Starting out.

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Hello,
         Are there any low cost development (~40) boards for the AVR
microprocessors? Which ones are most commonly used? It seems that the AVR
processors are preferred to the PIC ones. Is this true or is it just
personal preference?

Cheers

Peter.



Re: Starting out.


On Sat, 29 Oct 2005 11:21:04 GMT, "Peter Goddard"

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Possibly your best low-ish cost bet is this one from Farnell
http://uk.farnell.com/jsp/endecaSearch/partDetail.jsp?SKU86%52449&N40%1

A big advantage is that it includes Atmel's AVR-ISP programmer, so
you're able to program *any* AVR device [1].

A big disadvantage is that the dev board itself only supports 20- and
40-pin AVR devices, not the 8- and 28-pin chips. You can still program
28-pin (and 8-pin) devices with the AVR-ISP but you'd need to set them
up on something like a breadboard along with power, clock, etc.

On the other hand, the 40-pin devices that the board does support have a
lot of program space, I/O pins, and internal peripherals and you would
have lots of "room" to learn.

An alternative is the STK500 which is just a bit more expensive
http://uk.farnell.com/jsp/endecaSearch/partDetail.jsp?SKU38%84429&N40%1
It supports all AVR devices and can also be used like an AVR-ISP to do
off-board programming of another device using the ISP header. It's a bit
awkward to carry in the field, tho.

The STK500 does not include the C compiler that comes with the first
item. However, it's not clear whether or not that compiler is a
code-space or time limited demo version. Besides, there are several
inexpensive commercial compilers (for example,
http://www.imagecraft.com/software /) as well as a GPL'd compiler
(http://sourceforge.net/projects/winavr/)


[1] The AVR-ISP only handles serial, typically in-system, programming.
It is possible to set a device's configuration fuses to not respond to
serial programming. However, all AVRs can be programmed with a
"parallel" (typically not in-system) programming method. The STK500 can
do the parallel programming.

Also please note that, for any AVR device, the serial programming clock
should be less than or equal to 1/4 of the device's operating clock.
This isn't really an issue if you know that many (all?) of the AVRs that
have built-in RC clock oscillators are delivered to run from the
internal clock, which is typically around 1 MHz. It's a simple matter to
"burn the fuse" to set the chip's configuration to use an external
oscillator or crystal. BUT if your AVR-ISP is running its programming
clock at 900 KHz, you won't be able to communicate with a 1 MHz chip to
do this and you might even think that the chip or programmer are
defective. The (easy) solution is to set the ISP to less than 250 KHz to
talk to a brand-new chip. Not that *I've* ever forgotten to do that.
Not me, nope, never, well maybe once...


Regarding the two chip families, I've developed commercial code on both
PICs and AVRs and find the layout of the AVRs registers and memory
spaces to be more comfortable. A possible gauge of the relative
"programmer-friendliness" of the two chips is to note that the AVR
family has an active and well-supported GCC port, while there is not a
port for the PIC family. http://gcc.gnu.org/backends.html

--
Rich Webb   Norfolk, VA

Re: Starting out.


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Hello,

         Thanks for the information. A further surf around the AVR webring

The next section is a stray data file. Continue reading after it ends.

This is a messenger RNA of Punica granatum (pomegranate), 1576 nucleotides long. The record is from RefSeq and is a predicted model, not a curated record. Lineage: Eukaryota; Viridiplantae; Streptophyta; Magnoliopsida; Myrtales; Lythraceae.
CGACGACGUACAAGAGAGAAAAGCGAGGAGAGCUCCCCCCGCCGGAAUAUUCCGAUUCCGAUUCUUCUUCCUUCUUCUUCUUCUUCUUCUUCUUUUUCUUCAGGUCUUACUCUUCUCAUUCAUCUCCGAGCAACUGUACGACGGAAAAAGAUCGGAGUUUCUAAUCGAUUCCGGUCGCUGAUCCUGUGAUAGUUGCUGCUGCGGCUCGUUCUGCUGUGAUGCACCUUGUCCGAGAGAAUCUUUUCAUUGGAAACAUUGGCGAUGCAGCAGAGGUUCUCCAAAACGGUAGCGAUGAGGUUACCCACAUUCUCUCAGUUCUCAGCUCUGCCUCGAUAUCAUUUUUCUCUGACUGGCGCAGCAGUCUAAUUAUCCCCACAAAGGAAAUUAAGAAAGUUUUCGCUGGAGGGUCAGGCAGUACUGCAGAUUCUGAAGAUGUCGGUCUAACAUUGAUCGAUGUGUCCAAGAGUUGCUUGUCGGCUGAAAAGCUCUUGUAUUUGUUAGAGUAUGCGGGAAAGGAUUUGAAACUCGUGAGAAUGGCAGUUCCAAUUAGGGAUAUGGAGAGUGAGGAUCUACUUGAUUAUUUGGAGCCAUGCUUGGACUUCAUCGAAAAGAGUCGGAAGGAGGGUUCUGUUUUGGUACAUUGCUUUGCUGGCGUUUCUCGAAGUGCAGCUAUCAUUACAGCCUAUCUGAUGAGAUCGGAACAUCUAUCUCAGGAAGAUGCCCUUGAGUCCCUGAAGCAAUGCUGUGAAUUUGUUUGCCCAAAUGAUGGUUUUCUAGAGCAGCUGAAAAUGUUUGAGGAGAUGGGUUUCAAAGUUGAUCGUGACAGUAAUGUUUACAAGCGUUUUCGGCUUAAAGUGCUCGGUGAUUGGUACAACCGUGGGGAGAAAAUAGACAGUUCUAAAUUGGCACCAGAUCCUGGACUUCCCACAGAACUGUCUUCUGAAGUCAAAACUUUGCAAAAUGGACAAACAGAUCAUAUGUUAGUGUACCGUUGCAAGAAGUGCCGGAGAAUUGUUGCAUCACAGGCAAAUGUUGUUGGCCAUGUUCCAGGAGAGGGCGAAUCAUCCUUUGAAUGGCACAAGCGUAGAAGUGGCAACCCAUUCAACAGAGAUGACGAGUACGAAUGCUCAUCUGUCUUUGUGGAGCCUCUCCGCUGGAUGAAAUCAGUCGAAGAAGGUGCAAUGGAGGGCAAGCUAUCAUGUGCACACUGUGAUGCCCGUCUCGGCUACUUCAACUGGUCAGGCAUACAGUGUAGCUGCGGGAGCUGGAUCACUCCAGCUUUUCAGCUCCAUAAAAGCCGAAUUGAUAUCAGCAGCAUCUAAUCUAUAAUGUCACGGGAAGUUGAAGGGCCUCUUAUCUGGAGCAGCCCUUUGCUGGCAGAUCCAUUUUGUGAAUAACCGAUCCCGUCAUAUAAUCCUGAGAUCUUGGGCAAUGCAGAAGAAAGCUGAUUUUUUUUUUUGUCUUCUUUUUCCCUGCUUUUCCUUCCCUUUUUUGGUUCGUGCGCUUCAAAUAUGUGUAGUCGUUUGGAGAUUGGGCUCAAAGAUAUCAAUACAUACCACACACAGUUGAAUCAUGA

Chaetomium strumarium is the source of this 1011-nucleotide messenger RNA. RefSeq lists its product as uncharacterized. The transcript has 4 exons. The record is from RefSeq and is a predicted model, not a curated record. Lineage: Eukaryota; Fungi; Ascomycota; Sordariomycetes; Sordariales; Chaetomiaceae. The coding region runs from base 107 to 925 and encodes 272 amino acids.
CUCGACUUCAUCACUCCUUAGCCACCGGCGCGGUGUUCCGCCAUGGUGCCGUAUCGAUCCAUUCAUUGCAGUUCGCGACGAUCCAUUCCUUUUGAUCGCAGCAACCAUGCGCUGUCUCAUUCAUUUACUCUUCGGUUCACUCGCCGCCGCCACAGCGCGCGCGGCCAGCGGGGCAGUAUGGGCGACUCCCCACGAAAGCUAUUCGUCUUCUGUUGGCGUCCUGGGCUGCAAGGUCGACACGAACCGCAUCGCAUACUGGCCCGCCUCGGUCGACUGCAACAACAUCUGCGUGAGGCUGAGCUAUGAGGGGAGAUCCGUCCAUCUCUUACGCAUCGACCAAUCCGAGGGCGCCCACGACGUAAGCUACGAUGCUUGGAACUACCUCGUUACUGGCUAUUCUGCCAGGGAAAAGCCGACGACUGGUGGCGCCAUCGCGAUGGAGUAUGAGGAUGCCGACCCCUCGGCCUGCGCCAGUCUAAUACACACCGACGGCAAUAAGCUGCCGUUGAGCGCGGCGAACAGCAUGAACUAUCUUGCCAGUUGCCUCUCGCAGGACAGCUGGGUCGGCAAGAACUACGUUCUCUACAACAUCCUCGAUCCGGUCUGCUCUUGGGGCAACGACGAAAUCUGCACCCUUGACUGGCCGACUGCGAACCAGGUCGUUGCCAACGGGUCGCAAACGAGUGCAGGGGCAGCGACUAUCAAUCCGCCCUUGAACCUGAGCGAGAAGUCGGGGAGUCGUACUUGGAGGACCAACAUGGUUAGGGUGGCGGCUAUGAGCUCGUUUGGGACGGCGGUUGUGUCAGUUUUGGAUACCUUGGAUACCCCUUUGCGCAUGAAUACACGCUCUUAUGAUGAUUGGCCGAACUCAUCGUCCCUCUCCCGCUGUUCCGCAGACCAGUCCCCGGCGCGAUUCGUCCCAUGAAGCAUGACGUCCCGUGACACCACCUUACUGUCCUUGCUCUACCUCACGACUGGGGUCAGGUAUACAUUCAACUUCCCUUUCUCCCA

revealed...

http://www.kanda.com

I'm beginning to get a feel for what's out there!

Cheers

Peter.



Re: Starting out.


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Nowadays, as people are programming mostly in C, should that be
something unimportant?  I see the Microchip having the advantage of
available devices in a wide range of IO, package and memory size.

For the STK500, I am still confused.  Is the control MCU straightly for
controlling the MCU in the target socket (through the AVR studio
running on the PC) or it is also the target?  For example, when you
write the "Hello world" or blinking LED program and download the code,
does it run on the control MCU or target MCU?

Thank you for the attentions.

P. I.


Re: Starting out.



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Point taken but eventually the code, whether hand written assembler or
the compiler's code generator, has to deal with the bits and bytes and
registers.

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True again but you only need one device that's the right size and with
the right peripherals.

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It runs on the target. The uC that's in the third or the board (more or
less) next to the DB-9 connectors handles the programming algorithms and
other housekeeping like setting Vcc, Vref, clock speed, etc. The
"control MCU" doesn't really control the target, it just acts as an SPI
master while running the in-system programming algorithm (or equivalent
for parallel programming). Unless in-system programming is asserted, the
target uC is unaware of the presence of the other chip.

--
Rich Webb   Norfolk, VA

Re: Starting out.


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Coming from the Intel 8086 camp, I surely appreciate the Atmel's
instruction set.  However, more often then a lot of time. instead of
reading the disassembly code, I tend to use printf to examine
intermediate results,


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And with a wider choice, the chance of finding a device of the right
size and right peripheral is higher.

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Thank you for the info.  I guess the difference is that the PIC sucks
the control MCU into the ICD.

P.I.

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